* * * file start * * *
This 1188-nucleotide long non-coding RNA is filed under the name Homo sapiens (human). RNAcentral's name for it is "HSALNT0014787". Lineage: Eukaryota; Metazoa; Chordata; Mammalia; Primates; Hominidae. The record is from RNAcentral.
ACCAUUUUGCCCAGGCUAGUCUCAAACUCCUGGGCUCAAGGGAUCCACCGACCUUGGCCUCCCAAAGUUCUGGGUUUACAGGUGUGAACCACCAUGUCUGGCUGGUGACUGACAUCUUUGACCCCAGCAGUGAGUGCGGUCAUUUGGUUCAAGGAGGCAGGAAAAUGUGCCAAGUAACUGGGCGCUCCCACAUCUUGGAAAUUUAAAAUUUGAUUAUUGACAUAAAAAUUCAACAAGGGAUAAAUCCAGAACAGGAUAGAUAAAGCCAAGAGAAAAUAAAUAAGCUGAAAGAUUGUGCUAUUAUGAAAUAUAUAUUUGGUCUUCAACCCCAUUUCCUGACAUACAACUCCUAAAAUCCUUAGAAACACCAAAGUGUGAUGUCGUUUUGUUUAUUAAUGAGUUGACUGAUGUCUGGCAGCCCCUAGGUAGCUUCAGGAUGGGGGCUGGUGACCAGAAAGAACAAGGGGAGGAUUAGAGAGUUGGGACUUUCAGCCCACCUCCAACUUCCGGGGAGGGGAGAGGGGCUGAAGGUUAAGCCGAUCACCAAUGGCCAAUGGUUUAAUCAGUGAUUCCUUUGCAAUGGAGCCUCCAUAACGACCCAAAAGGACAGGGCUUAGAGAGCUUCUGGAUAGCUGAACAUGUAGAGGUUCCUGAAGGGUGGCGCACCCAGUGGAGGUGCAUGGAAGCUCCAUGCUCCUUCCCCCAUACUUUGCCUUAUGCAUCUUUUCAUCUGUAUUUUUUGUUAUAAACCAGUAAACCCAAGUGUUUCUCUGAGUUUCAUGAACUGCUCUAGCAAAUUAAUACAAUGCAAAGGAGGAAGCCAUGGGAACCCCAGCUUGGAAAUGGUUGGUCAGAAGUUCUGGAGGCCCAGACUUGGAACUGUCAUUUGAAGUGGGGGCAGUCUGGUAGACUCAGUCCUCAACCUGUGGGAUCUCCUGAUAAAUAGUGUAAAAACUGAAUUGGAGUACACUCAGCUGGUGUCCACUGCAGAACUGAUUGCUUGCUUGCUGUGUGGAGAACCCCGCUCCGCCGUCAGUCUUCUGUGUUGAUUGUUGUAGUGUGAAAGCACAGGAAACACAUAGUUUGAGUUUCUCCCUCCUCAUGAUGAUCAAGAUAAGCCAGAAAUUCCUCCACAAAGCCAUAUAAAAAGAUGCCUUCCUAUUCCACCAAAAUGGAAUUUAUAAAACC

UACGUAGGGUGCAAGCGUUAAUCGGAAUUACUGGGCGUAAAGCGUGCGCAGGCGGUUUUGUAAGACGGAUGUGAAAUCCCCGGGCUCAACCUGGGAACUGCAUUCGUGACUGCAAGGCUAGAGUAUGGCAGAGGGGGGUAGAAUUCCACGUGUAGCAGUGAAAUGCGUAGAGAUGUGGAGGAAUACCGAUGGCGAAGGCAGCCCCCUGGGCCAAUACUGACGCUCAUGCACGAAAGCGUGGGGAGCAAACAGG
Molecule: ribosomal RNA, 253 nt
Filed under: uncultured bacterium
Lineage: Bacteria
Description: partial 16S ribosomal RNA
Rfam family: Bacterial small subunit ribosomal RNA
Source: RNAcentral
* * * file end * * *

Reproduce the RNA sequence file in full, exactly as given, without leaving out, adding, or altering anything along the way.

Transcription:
This 1188-nucleotide long non-coding RNA is filed under the name Homo sapiens (human). RNAcentral's name for it is "HSALNT0014787". Lineage: Eukaryota; Metazoa; Chordata; Mammalia; Primates; Hominidae. The record is from RNAcentral.
ACCAUUUUGCCCAGGCUAGUCUCAAACUCCUGGGCUCAAGGGAUCCACCGACCUUGGCCUCCCAAAGUUCUGGGUUUACAGGUGUGAACCACCAUGUCUGGCUGGUGACUGACAUCUUUGACCCCAGCAGUGAGUGCGGUCAUUUGGUUCAAGGAGGCAGGAAAAUGUGCCAAGUAACUGGGCGCUCCCACAUCUUGGAAAUUUAAAAUUUGAUUAUUGACAUAAAAAUUCAACAAGGGAUAAAUCCAGAACAGGAUAGAUAAAGCCAAGAGAAAAUAAAUAAGCUGAAAGAUUGUGCUAUUAUGAAAUAUAUAUUUGGUCUUCAACCCCAUUUCCUGACAUACAACUCCUAAAAUCCUUAGAAACACCAAAGUGUGAUGUCGUUUUGUUUAUUAAUGAGUUGACUGAUGUCUGGCAGCCCCUAGGUAGCUUCAGGAUGGGGGCUGGUGACCAGAAAGAACAAGGGGAGGAUUAGAGAGUUGGGACUUUCAGCCCACCUCCAACUUCCGGGGAGGGGAGAGGGGCUGAAGGUUAAGCCGAUCACCAAUGGCCAAUGGUUUAAUCAGUGAUUCCUUUGCAAUGGAGCCUCCAUAACGACCCAAAAGGACAGGGCUUAGAGAGCUUCUGGAUAGCUGAACAUGUAGAGGUUCCUGAAGGGUGGCGCACCCAGUGGAGGUGCAUGGAAGCUCCAUGCUCCUUCCCCCAUACUUUGCCUUAUGCAUCUUUUCAUCUGUAUUUUUUGUUAUAAACCAGUAAACCCAAGUGUUUCUCUGAGUUUCAUGAACUGCUCUAGCAAAUUAAUACAAUGCAAAGGAGGAAGCCAUGGGAACCCCAGCUUGGAAAUGGUUGGUCAGAAGUUCUGGAGGCCCAGACUUGGAACUGUCAUUUGAAGUGGGGGCAGUCUGGUAGACUCAGUCCUCAACCUGUGGGAUCUCCUGAUAAAUAGUGUAAAAACUGAAUUGGAGUACACUCAGCUGGUGUCCACUGCAGAACUGAUUGCUUGCUUGCUGUGUGGAGAACCCCGCUCCGCCGUCAGUCUUCUGUGUUGAUUGUUGUAGUGUGAAAGCACAGGAAACACAUAGUUUGAGUUUCUCCCUCCUCAUGAUGAUCAAGAUAAGCCAGAAAUUCCUCCACAAAGCCAUAUAAAAAGAUGCCUUCCUAUUCCACCAAAAUGGAAUUUAUAAAACC

UACGUAGGGUGCAAGCGUUAAUCGGAAUUACUGGGCGUAAAGCGUGCGCAGGCGGUUUUGUAAGACGGAUGUGAAAUCCCCGGGCUCAACCUGGGAACUGCAUUCGUGACUGCAAGGCUAGAGUAUGGCAGAGGGGGGUAGAAUUCCACGUGUAGCAGUGAAAUGCGUAGAGAUGUGGAGGAAUACCGAUGGCGAAGGCAGCCCCCUGGGCCAAUACUGACGCUCAUGCACGAAAGCGUGGGGAGCAAACAGG
Molecule: ribosomal RNA, 253 nt
Filed under: uncultured bacterium
Lineage: Bacteria
Description: partial 16S ribosomal RNA
Rfam family: Bacterial small subunit ribosomal RNA
Source: RNAcentral